My second favorite story also happens to be the second story we get. Metamorphosis takes place in high school, with a perceived . This one centers on one of my favorite BL tropes, the , and as the name suggests, we see these childhood friends change and grow, finding themselves along the way. But what really changes is their relationship. Ritsu Kitagami and Yasuhiro Adachi have been friends forever, and as far as Yasuhiro knows, he knows everything about Ritsu. But as he inadvertently finds out, the meek Ritsu isn't so meek anymore, shocking Yasuhiro. Ritsu has grown as a person, but Yasuhiro's perception of him hasn't grown to match. Then, when Yasuhiro finds out Ritsu likes boys and, presumably, is in a relationship with another classmate, he discovers that he doesn't know himself either. Change is the name of the game in this story and permeates every aspect of it. It's soft and gentle, with a heavy dose of misunderstanding, but really nice character growth and by the end. It's a good time.

My least favorite is the third title. Though, to be clear, it isn't bad. This is more of a true love triangle between three friends than the previous short, and I really like it for that reason. I especially like that Haijima truly believes Shimizu loves him, even when he gets a girlfriend, so much so that he tries to prove it to himself by monopolizing all of Shimizu's time, only for Shimizu to invite his girlfriend. That self-conscious yet arrogant belief in Shimizu's reciprocated feelings for Haijima is just so true to the teenage experience. Haijima is simultaneously cocky but also nervous, which is a sad and honest reflection of how most of us are during that time (at least for my teenage experience). Then, when Hachiya confesses his feelings for Haijima, I appreciate that Haijima didn't immediately accept him, instead taking the time to try and understand his own feelings and work through the grief of his forever unrequited love. This is the epitome of the high school romance experience but with the added idealistic romantic experience of BL.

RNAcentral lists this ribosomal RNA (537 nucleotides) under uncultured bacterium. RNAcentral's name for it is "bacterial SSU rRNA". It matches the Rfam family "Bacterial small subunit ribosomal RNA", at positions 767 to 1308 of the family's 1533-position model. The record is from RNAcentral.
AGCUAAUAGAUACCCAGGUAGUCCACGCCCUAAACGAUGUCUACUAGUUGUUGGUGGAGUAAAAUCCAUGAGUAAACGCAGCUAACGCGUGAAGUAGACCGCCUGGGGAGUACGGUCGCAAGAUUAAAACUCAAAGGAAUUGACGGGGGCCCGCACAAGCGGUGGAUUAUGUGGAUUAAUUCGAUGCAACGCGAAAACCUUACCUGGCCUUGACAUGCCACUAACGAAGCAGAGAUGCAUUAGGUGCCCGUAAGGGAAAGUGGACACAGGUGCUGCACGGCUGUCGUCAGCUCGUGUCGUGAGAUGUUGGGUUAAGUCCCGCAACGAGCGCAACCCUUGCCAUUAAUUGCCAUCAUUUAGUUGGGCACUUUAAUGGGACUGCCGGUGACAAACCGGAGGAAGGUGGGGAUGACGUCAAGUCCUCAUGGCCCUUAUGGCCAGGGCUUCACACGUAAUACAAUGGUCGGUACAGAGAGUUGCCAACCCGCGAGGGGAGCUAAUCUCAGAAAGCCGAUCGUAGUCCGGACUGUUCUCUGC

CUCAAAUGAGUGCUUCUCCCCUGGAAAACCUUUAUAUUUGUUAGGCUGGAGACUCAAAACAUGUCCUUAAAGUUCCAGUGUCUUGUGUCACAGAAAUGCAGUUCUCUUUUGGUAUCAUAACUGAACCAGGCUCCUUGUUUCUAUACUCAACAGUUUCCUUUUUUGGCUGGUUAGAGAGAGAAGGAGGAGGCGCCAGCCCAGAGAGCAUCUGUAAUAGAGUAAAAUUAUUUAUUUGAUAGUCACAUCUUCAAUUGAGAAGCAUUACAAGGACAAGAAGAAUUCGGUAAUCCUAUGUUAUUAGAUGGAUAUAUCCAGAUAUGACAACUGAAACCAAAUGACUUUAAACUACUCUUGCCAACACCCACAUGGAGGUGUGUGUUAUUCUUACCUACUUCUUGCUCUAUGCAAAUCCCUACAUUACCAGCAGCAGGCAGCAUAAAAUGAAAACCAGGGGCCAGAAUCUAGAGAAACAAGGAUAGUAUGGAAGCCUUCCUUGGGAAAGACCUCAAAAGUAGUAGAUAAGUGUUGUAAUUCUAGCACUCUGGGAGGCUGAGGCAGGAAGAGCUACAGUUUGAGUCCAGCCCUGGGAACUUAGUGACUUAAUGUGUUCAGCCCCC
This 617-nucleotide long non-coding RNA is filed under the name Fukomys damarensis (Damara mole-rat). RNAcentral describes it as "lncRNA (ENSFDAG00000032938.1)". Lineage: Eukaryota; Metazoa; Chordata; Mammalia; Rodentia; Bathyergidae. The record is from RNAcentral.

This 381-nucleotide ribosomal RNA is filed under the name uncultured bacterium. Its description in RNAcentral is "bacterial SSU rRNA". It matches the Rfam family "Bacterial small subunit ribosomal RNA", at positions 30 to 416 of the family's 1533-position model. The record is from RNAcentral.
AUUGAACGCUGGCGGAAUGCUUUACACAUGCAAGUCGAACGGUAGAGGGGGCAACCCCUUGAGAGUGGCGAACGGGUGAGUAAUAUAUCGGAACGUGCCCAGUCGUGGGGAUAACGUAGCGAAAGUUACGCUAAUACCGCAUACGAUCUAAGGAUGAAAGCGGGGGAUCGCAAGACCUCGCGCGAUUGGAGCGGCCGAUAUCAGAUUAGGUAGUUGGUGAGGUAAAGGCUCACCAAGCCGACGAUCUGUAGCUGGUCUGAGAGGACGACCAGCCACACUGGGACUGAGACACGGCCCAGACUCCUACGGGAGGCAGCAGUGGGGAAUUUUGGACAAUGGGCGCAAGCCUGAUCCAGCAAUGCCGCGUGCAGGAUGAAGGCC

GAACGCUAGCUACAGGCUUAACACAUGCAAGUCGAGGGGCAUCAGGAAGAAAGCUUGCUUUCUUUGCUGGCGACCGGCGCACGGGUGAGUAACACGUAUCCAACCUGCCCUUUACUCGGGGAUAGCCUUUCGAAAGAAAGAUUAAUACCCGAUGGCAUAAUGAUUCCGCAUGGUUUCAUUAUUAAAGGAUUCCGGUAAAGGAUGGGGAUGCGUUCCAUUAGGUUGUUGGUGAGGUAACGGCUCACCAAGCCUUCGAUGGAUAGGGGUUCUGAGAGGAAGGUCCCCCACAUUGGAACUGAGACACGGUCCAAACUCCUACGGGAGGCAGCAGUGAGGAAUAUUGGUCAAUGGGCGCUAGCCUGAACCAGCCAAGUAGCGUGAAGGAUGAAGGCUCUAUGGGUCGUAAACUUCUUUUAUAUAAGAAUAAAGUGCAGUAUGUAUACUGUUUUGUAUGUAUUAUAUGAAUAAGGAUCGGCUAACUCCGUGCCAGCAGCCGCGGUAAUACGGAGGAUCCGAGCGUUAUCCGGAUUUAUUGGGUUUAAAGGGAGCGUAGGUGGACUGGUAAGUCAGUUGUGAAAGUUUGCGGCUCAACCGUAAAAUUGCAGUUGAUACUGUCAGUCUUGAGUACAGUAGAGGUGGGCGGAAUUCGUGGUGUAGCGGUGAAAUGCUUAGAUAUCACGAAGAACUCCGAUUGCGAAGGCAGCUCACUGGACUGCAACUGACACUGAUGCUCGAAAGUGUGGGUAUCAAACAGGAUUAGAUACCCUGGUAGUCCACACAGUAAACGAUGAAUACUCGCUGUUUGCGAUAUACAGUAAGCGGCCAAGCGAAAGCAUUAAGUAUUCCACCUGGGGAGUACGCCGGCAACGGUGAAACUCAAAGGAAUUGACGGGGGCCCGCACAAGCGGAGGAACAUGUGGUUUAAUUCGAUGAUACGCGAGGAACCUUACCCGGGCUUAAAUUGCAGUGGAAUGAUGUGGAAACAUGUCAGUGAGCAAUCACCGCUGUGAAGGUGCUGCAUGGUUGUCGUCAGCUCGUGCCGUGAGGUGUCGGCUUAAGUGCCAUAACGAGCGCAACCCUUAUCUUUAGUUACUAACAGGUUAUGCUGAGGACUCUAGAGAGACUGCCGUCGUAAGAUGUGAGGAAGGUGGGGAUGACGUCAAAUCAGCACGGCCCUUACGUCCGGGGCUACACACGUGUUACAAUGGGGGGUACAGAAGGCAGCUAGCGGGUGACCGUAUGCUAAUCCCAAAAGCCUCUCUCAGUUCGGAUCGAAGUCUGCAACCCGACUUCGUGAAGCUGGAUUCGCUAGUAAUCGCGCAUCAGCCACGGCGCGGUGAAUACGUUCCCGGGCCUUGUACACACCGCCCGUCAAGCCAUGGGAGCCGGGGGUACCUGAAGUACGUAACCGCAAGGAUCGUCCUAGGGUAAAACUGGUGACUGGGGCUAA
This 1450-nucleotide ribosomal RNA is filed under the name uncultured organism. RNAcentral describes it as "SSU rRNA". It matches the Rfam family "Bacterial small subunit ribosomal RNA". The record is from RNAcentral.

These are a bunch of sweet little BL morsels. I'm not typically drawn to , being a self-professed degenerate, but I love Junko's story-telling, so when I saw this available, I couldn't resist. Though these aren't very long, they present multi-faceted and detailed characters with sparse but rich backgrounds that quickly establish who they are. They're not expansive, of course, but even at their short length, they will leave you feeling fulfilled (as well as warm and fuzzy). Junko is a talented storyteller, and these are perfect examples of that skill. I highly recommend them.

Have you read Return of the Prince? If so, what do you think? Do you agree with my assessment? Do you not? Let me know, and comment below!

Click here to read it for yourself!

3 thoughts on “Manga Review | Return of the Prince by Junko”

  1. Junko has great stuff! I think I’ll give these shorts a try.

    As a side note, but did you change your sites font? The bold feature now has it so words are light blue with a thick black outline. It’s pretty hard to read but I’m not sure if that’s just my phone doing something weird.

    • You should! I hope you enjoy them!

      And thank you so much for pointing that out. I had made some changes on the backend and didn’t realize it had changed link fonts. I’m so sorry for the bad experience there. I just updated them, so hopefully everything is a bit more legible. Please don’t hesitate to let me know if you ever see anything that make it difficult to read. I really, really appreciate all feedback.